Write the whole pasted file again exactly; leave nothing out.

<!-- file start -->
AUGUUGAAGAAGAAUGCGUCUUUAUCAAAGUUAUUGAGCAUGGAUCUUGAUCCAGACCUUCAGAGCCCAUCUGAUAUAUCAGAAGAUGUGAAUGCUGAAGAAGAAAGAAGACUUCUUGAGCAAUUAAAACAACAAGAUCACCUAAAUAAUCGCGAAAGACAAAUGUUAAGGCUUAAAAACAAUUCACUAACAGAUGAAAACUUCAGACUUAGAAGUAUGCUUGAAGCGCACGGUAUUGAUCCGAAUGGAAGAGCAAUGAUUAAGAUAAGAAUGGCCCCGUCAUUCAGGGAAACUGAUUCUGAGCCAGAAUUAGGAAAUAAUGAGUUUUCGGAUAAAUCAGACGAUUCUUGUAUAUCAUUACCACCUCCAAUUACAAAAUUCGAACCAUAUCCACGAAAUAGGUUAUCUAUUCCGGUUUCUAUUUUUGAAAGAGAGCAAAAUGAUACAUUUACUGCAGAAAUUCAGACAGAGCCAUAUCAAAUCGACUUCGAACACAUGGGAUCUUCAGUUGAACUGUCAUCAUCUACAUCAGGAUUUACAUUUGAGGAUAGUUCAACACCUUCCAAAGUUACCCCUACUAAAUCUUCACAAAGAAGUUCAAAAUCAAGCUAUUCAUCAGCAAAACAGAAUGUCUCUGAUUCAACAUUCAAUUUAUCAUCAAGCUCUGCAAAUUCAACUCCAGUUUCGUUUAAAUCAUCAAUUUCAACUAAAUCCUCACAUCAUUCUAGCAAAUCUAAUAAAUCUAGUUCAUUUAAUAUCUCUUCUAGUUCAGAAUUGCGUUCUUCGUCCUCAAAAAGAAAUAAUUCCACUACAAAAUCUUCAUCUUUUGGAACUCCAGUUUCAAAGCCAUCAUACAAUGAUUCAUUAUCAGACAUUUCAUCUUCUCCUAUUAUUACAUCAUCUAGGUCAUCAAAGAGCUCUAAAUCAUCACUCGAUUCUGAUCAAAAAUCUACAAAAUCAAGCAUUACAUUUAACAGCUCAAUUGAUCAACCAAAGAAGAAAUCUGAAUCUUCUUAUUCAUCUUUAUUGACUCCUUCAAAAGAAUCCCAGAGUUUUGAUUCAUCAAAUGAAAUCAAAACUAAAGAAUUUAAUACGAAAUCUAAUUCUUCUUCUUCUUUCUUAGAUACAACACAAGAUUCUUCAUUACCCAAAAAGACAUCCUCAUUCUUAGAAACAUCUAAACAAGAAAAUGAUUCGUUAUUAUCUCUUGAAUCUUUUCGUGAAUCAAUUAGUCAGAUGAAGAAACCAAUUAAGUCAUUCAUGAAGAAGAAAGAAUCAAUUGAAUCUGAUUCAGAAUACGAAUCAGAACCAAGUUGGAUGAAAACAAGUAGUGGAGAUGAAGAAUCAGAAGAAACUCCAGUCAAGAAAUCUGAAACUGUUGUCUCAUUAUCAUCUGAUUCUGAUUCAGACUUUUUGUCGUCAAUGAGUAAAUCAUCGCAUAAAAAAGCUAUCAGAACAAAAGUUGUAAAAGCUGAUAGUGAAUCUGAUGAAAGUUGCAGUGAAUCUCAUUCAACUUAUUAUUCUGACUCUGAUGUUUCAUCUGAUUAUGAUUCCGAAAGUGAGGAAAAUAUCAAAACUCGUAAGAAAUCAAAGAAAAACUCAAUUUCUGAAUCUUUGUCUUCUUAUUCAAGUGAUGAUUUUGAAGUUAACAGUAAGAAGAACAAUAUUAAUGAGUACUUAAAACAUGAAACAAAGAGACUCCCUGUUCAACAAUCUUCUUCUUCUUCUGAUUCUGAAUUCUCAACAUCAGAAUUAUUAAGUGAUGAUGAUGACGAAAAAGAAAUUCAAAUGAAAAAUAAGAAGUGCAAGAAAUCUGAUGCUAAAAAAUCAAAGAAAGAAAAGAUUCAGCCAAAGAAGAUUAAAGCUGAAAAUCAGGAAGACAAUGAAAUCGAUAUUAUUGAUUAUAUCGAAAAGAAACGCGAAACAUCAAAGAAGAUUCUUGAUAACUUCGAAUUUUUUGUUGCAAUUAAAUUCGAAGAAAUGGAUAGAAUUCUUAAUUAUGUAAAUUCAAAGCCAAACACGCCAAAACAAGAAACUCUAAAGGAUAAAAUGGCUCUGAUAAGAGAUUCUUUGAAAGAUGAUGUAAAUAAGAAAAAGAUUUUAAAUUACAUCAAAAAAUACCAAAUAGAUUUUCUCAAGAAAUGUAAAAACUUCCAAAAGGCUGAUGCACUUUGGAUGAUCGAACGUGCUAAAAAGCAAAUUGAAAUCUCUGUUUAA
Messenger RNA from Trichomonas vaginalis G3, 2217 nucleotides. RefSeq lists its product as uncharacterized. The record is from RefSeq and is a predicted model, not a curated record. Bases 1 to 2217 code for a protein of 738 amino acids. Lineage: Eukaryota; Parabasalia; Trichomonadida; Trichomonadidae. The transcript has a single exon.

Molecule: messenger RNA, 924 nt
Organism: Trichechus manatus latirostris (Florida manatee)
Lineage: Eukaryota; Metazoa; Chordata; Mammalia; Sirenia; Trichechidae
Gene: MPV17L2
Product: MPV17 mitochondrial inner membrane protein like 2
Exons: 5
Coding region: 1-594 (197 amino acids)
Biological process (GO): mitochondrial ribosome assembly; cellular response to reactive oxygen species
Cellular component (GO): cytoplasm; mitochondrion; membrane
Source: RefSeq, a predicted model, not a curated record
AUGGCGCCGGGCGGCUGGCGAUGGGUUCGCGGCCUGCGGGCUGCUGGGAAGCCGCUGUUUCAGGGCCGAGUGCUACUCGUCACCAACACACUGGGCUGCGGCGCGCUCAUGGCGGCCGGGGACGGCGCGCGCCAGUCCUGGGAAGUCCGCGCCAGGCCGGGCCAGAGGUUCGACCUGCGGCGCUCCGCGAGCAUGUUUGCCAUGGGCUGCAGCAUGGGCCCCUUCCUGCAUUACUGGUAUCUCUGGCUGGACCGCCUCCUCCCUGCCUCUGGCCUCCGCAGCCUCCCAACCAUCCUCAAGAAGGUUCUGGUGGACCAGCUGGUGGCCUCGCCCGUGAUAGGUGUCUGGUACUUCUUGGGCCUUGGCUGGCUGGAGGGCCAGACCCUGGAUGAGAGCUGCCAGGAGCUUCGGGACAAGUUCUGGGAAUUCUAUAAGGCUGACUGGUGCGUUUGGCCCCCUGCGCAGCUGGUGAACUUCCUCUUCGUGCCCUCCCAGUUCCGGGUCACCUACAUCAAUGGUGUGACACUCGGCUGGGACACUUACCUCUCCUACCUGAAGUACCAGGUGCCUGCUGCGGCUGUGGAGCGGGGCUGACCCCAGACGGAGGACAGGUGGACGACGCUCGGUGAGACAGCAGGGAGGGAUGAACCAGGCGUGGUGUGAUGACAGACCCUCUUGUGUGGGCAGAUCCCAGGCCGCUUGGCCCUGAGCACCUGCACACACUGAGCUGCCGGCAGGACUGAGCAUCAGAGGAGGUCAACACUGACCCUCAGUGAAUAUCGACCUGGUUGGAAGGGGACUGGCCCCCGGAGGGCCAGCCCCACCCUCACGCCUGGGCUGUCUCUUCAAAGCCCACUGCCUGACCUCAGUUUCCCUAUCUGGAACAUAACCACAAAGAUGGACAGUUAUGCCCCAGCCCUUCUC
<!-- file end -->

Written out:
AUGUUGAAGAAGAAUGCGUCUUUAUCAAAGUUAUUGAGCAUGGAUCUUGAUCCAGACCUUCAGAGCCCAUCUGAUAUAUCAGAAGAUGUGAAUGCUGAAGAAGAAAGAAGACUUCUUGAGCAAUUAAAACAACAAGAUCACCUAAAUAAUCGCGAAAGACAAAUGUUAAGGCUUAAAAACAAUUCACUAACAGAUGAAAACUUCAGACUUAGAAGUAUGCUUGAAGCGCACGGUAUUGAUCCGAAUGGAAGAGCAAUGAUUAAGAUAAGAAUGGCCCCGUCAUUCAGGGAAACUGAUUCUGAGCCAGAAUUAGGAAAUAAUGAGUUUUCGGAUAAAUCAGACGAUUCUUGUAUAUCAUUACCACCUCCAAUUACAAAAUUCGAACCAUAUCCACGAAAUAGGUUAUCUAUUCCGGUUUCUAUUUUUGAAAGAGAGCAAAAUGAUACAUUUACUGCAGAAAUUCAGACAGAGCCAUAUCAAAUCGACUUCGAACACAUGGGAUCUUCAGUUGAACUGUCAUCAUCUACAUCAGGAUUUACAUUUGAGGAUAGUUCAACACCUUCCAAAGUUACCCCUACUAAAUCUUCACAAAGAAGUUCAAAAUCAAGCUAUUCAUCAGCAAAACAGAAUGUCUCUGAUUCAACAUUCAAUUUAUCAUCAAGCUCUGCAAAUUCAACUCCAGUUUCGUUUAAAUCAUCAAUUUCAACUAAAUCCUCACAUCAUUCUAGCAAAUCUAAUAAAUCUAGUUCAUUUAAUAUCUCUUCUAGUUCAGAAUUGCGUUCUUCGUCCUCAAAAAGAAAUAAUUCCACUACAAAAUCUUCAUCUUUUGGAACUCCAGUUUCAAAGCCAUCAUACAAUGAUUCAUUAUCAGACAUUUCAUCUUCUCCUAUUAUUACAUCAUCUAGGUCAUCAAAGAGCUCUAAAUCAUCACUCGAUUCUGAUCAAAAAUCUACAAAAUCAAGCAUUACAUUUAACAGCUCAAUUGAUCAACCAAAGAAGAAAUCUGAAUCUUCUUAUUCAUCUUUAUUGACUCCUUCAAAAGAAUCCCAGAGUUUUGAUUCAUCAAAUGAAAUCAAAACUAAAGAAUUUAAUACGAAAUCUAAUUCUUCUUCUUCUUUCUUAGAUACAACACAAGAUUCUUCAUUACCCAAAAAGACAUCCUCAUUCUUAGAAACAUCUAAACAAGAAAAUGAUUCGUUAUUAUCUCUUGAAUCUUUUCGUGAAUCAAUUAGUCAGAUGAAGAAACCAAUUAAGUCAUUCAUGAAGAAGAAAGAAUCAAUUGAAUCUGAUUCAGAAUACGAAUCAGAACCAAGUUGGAUGAAAACAAGUAGUGGAGAUGAAGAAUCAGAAGAAACUCCAGUCAAGAAAUCUGAAACUGUUGUCUCAUUAUCAUCUGAUUCUGAUUCAGACUUUUUGUCGUCAAUGAGUAAAUCAUCGCAUAAAAAAGCUAUCAGAACAAAAGUUGUAAAAGCUGAUAGUGAAUCUGAUGAAAGUUGCAGUGAAUCUCAUUCAACUUAUUAUUCUGACUCUGAUGUUUCAUCUGAUUAUGAUUCCGAAAGUGAGGAAAAUAUCAAAACUCGUAAGAAAUCAAAGAAAAACUCAAUUUCUGAAUCUUUGUCUUCUUAUUCAAGUGAUGAUUUUGAAGUUAACAGUAAGAAGAACAAUAUUAAUGAGUACUUAAAACAUGAAACAAAGAGACUCCCUGUUCAACAAUCUUCUUCUUCUUCUGAUUCUGAAUUCUCAACAUCAGAAUUAUUAAGUGAUGAUGAUGACGAAAAAGAAAUUCAAAUGAAAAAUAAGAAGUGCAAGAAAUCUGAUGCUAAAAAAUCAAAGAAAGAAAAGAUUCAGCCAAAGAAGAUUAAAGCUGAAAAUCAGGAAGACAAUGAAAUCGAUAUUAUUGAUUAUAUCGAAAAGAAACGCGAAACAUCAAAGAAGAUUCUUGAUAACUUCGAAUUUUUUGUUGCAAUUAAAUUCGAAGAAAUGGAUAGAAUUCUUAAUUAUGUAAAUUCAAAGCCAAACACGCCAAAACAAGAAACUCUAAAGGAUAAAAUGGCUCUGAUAAGAGAUUCUUUGAAAGAUGAUGUAAAUAAGAAAAAGAUUUUAAAUUACAUCAAAAAAUACCAAAUAGAUUUUCUCAAGAAAUGUAAAAACUUCCAAAAGGCUGAUGCACUUUGGAUGAUCGAACGUGCUAAAAAGCAAAUUGAAAUCUCUGUUUAA
Messenger RNA from Trichomonas vaginalis G3, 2217 nucleotides. RefSeq lists its product as uncharacterized. The record is from RefSeq and is a predicted model, not a curated record. Bases 1 to 2217 code for a protein of 738 amino acids. Lineage: Eukaryota; Parabasalia; Trichomonadida; Trichomonadidae. The transcript has a single exon.

Molecule: messenger RNA, 924 nt
Organism: Trichechus manatus latirostris (Florida manatee)
Lineage: Eukaryota; Metazoa; Chordata; Mammalia; Sirenia; Trichechidae
Gene: MPV17L2
Product: MPV17 mitochondrial inner membrane protein like 2
Exons: 5
Coding region: 1-594 (197 amino acids)
Biological process (GO): mitochondrial ribosome assembly; cellular response to reactive oxygen species
Cellular component (GO): cytoplasm; mitochondrion; membrane
Source: RefSeq, a predicted model, not a curated record
AUGGCGCCGGGCGGCUGGCGAUGGGUUCGCGGCCUGCGGGCUGCUGGGAAGCCGCUGUUUCAGGGCCGAGUGCUACUCGUCACCAACACACUGGGCUGCGGCGCGCUCAUGGCGGCCGGGGACGGCGCGCGCCAGUCCUGGGAAGUCCGCGCCAGGCCGGGCCAGAGGUUCGACCUGCGGCGCUCCGCGAGCAUGUUUGCCAUGGGCUGCAGCAUGGGCCCCUUCCUGCAUUACUGGUAUCUCUGGCUGGACCGCCUCCUCCCUGCCUCUGGCCUCCGCAGCCUCCCAACCAUCCUCAAGAAGGUUCUGGUGGACCAGCUGGUGGCCUCGCCCGUGAUAGGUGUCUGGUACUUCUUGGGCCUUGGCUGGCUGGAGGGCCAGACCCUGGAUGAGAGCUGCCAGGAGCUUCGGGACAAGUUCUGGGAAUUCUAUAAGGCUGACUGGUGCGUUUGGCCCCCUGCGCAGCUGGUGAACUUCCUCUUCGUGCCCUCCCAGUUCCGGGUCACCUACAUCAAUGGUGUGACACUCGGCUGGGACACUUACCUCUCCUACCUGAAGUACCAGGUGCCUGCUGCGGCUGUGGAGCGGGGCUGACCCCAGACGGAGGACAGGUGGACGACGCUCGGUGAGACAGCAGGGAGGGAUGAACCAGGCGUGGUGUGAUGACAGACCCUCUUGUGUGGGCAGAUCCCAGGCCGCUUGGCCCUGAGCACCUGCACACACUGAGCUGCCGGCAGGACUGAGCAUCAGAGGAGGUCAACACUGACCCUCAGUGAAUAUCGACCUGGUUGGAAGGGGACUGGCCCCCGGAGGGCCAGCCCCACCCUCACGCCUGGGCUGUCUCUUCAAAGCCCACUGCCUGACCUCAGUUUCCCUAUCUGGAACAUAACCACAAAGAUGGACAGUUAUGCCCCAGCCCUUCUC